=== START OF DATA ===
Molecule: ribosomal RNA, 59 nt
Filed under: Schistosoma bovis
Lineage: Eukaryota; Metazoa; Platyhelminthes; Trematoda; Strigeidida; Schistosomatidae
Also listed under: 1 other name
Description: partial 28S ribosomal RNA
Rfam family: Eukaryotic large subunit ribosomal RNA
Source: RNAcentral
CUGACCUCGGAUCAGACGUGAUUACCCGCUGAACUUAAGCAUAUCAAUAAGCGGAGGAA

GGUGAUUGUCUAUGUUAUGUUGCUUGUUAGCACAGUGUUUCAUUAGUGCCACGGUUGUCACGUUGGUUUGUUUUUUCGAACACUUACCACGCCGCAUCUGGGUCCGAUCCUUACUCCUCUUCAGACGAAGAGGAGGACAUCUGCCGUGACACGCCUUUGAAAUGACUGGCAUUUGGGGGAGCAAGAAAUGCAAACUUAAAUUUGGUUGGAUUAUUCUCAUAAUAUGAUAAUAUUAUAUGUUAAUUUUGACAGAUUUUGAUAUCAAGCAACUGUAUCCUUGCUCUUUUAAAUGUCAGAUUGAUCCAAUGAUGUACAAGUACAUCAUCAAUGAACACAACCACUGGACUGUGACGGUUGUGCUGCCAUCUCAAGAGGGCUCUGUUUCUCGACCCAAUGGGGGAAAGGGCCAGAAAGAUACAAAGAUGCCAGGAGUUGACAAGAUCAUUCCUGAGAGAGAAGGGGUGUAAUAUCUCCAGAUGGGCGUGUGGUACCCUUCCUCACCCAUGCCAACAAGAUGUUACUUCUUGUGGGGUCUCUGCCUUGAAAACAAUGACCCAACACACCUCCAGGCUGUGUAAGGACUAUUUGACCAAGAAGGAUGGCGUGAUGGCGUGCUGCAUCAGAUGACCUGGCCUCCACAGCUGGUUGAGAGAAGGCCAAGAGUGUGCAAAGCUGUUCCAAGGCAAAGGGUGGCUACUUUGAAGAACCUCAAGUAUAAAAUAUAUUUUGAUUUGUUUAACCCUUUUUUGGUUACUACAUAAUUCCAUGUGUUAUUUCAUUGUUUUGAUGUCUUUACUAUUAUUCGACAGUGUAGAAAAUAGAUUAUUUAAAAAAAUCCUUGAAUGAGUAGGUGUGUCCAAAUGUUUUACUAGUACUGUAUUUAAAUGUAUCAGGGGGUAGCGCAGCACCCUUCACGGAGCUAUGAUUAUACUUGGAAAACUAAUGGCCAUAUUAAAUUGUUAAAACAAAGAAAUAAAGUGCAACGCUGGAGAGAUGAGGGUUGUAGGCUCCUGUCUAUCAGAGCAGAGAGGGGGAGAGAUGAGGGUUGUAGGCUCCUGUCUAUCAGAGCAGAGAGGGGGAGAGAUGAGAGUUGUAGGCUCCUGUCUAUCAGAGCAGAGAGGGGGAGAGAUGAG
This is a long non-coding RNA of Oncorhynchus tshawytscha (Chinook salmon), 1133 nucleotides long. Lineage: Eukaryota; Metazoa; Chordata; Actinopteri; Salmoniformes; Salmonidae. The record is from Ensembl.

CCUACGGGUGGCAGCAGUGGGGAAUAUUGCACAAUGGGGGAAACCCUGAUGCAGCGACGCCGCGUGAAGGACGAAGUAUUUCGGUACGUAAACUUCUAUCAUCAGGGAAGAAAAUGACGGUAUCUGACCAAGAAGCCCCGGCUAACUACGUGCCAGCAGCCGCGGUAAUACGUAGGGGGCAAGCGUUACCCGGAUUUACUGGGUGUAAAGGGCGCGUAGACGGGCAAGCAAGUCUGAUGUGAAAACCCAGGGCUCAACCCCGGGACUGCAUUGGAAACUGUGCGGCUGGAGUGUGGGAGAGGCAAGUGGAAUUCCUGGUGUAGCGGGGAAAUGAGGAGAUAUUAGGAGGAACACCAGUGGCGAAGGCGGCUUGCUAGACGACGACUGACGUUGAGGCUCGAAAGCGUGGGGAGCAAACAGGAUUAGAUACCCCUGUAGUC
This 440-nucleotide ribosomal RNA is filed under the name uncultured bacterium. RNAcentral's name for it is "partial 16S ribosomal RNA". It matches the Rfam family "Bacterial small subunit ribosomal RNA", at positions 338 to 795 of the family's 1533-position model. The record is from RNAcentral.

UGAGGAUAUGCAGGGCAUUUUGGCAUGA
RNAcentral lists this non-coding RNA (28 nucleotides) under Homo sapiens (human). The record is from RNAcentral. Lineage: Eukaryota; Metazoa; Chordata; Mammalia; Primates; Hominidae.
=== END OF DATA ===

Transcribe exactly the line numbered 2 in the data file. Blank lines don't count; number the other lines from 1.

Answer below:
Filed under: Schistosoma bovis